Buzzing on Yahoo Sports:

Fine line between dirty and dangerous

Nicholas J. Cotsonika
Yahoo Sports

DETROIT – Dangerous. That’s the word Teemu Selanne(notes) used to describe Niklas Kronwall(notes) after taking a big hit from him Saturday night in the Anaheim Ducks’ 5-4 loss to the Detroit Red Wings.

Wings coach Mike Babcock is fine with that.

“He is,” said Babcock of Kronwall. “That’s why we like him.”

But dirty? That’s different.

“To say he’s a dirty player is wrong,” Babcock said. “To say he’s dangerous to the opposition at times when he steps up, there’s no question. That’s a fair statement.”

And to Babcock, that’s fair play.

Head shots and concussions are major issues in the NHL. But all the talk of gray matter runs into gray areas. When does dangerous become dirty? Where is the line between legal and illegal, and is that the same line between ethical and unethical? Have rule changes gone far enough, and if not, how do we make the sport safer but not too soft?

There are myriad opinions on each specific incident and the issues as a whole, and they can be shaded by team allegiance, world view or the details of any given play, like the hit Selanne took from Kronwall on Saturday night.

You could argue that Kronwall has found the very edge. Although he has delivered enough devastating shots to earn a reputation as a vicious hitter, he has never been fined or suspended.

“Hitting is part of the game, and I like that part of the game,” said Kronwall, who admits he feels a rush after a clean hit, but no satisfaction in laying out an opponent. “Sometimes you hit, and sometimes you get hit.”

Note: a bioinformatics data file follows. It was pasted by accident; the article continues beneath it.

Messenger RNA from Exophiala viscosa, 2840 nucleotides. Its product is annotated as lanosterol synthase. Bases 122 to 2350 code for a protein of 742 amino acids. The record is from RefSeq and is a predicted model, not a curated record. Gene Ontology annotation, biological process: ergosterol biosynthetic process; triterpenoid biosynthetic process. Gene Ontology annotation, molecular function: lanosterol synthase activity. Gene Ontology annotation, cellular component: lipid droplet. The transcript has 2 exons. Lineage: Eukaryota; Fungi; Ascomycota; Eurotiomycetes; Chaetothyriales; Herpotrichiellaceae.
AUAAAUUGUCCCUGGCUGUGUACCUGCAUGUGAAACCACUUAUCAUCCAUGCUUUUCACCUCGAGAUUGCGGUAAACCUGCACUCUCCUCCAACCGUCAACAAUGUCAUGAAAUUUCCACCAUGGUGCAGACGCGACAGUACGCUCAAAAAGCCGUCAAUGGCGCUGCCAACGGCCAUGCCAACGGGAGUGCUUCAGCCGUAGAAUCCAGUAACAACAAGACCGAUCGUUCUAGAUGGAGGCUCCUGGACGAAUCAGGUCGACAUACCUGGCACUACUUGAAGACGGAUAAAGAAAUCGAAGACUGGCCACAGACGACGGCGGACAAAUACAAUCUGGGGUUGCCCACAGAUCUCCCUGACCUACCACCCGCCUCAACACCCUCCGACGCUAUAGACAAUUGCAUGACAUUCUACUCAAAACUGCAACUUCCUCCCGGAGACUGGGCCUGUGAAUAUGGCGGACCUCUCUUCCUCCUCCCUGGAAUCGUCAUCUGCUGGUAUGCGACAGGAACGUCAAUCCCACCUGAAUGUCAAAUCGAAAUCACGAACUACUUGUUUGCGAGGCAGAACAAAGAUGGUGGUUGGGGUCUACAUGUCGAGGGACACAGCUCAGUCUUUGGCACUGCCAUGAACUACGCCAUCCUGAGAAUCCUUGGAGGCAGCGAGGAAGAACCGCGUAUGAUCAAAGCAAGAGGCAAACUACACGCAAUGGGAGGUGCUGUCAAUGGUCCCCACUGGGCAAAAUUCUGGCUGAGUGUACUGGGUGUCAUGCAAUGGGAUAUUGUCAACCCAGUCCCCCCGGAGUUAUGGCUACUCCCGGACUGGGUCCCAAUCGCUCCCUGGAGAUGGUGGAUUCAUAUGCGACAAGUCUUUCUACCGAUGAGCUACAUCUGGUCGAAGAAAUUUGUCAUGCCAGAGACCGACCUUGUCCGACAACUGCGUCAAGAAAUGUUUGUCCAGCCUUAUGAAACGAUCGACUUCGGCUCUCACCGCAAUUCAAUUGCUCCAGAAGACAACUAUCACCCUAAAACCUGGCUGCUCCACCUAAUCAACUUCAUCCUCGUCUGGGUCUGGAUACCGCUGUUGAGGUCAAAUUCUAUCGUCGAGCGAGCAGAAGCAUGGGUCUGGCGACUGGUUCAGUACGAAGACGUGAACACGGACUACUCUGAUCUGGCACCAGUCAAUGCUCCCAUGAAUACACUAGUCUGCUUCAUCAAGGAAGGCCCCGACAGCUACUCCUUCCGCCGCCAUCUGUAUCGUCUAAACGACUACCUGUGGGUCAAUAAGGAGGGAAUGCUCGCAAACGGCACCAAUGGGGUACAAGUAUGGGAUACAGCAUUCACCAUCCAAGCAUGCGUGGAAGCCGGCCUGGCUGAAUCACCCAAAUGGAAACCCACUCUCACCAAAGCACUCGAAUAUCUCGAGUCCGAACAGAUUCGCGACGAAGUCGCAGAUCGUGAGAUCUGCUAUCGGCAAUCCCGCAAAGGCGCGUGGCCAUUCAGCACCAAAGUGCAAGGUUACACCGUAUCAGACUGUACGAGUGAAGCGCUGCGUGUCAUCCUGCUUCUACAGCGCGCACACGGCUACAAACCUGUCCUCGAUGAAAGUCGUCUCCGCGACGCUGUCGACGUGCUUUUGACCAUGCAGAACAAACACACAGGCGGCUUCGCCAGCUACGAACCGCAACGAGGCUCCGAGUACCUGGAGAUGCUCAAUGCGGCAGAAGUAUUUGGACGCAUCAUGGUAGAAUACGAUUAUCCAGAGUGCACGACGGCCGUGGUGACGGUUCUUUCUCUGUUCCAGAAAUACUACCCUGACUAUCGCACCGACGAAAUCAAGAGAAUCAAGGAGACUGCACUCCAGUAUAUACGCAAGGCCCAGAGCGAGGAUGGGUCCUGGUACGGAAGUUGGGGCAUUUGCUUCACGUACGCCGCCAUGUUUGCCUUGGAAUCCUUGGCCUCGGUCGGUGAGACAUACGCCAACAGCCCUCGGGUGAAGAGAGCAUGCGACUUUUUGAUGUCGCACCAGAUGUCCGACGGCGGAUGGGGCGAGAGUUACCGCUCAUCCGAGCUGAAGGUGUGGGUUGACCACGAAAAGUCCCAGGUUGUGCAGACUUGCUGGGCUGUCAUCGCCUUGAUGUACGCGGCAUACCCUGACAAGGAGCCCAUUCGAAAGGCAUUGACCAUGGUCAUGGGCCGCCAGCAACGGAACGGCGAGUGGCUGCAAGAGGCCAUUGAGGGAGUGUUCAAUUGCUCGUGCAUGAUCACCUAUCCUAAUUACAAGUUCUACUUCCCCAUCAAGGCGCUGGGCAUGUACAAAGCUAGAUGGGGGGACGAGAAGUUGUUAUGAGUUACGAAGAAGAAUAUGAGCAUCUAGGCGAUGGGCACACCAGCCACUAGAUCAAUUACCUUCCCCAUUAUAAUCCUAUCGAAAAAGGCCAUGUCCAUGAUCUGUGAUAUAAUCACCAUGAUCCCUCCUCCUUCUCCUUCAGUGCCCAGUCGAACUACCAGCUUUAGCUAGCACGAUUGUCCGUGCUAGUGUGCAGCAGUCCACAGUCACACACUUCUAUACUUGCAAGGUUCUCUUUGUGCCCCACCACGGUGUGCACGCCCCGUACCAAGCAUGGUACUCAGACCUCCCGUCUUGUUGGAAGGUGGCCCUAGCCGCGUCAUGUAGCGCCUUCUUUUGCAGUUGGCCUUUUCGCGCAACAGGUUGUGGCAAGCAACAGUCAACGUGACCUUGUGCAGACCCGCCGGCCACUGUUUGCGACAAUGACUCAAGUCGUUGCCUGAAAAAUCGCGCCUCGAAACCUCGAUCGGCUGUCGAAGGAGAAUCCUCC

But Babcock said Kronwall isn’t “on the edge at all” because “he’s a clean player,” while Selanne said Saturday night: “That guy is dangerous out there. One of these days, somebody’s going to get him. I know that. It’s just a matter of time when.”

Kronwall isn’t a big hitter because he’s big. As a 6-foot, 192-pound defenseman, he’s a big hitter because he’s a master of timing. He often uses his opponents’ mass and acceleration against them. He smoked Martin Havlat(notes), then of the Chicago Blackhawks, when he caught Havlat with his head down along the boards during the 2009 playoffs.

The Selanne hit was similar, though not as violent. The puck was coming up the right-wing boards in Anaheim’s defensive zone. Selanne was charging after it. Kronwall was playing it.

“I thought he was going to follow through his check,” Kronwall said. “I was just going to take a step and meet the check. Now, he didn’t check me at all, obviously, and that’s what caught him off-guard.”

Kronwall laid his right shoulder into Selanne’s jaw. Unlike Havlat, who collapsed in a heap with a concussion, Selanne staggered for a moment but continued to play. On that everyone agrees.

From there, though, people see the play differently. Kronwall said he used only his shoulder; Selanne said the hit included an elbow. Babcock called it “a hockey play”; Ducks coach Randy Carlyle told reporters that Kronwall “clearly jumped” and “went for his head.”

Carlyle also told reporters that a referee told him he didn’t see an illegal act. No penalty was called, and the league has not disciplined Kronwall. Rule 48, introduced last March, defines an illegal check to the head as “a lateral or blind-side hit.” This hit was from the front. That’s the key distinction, at least to the Wings.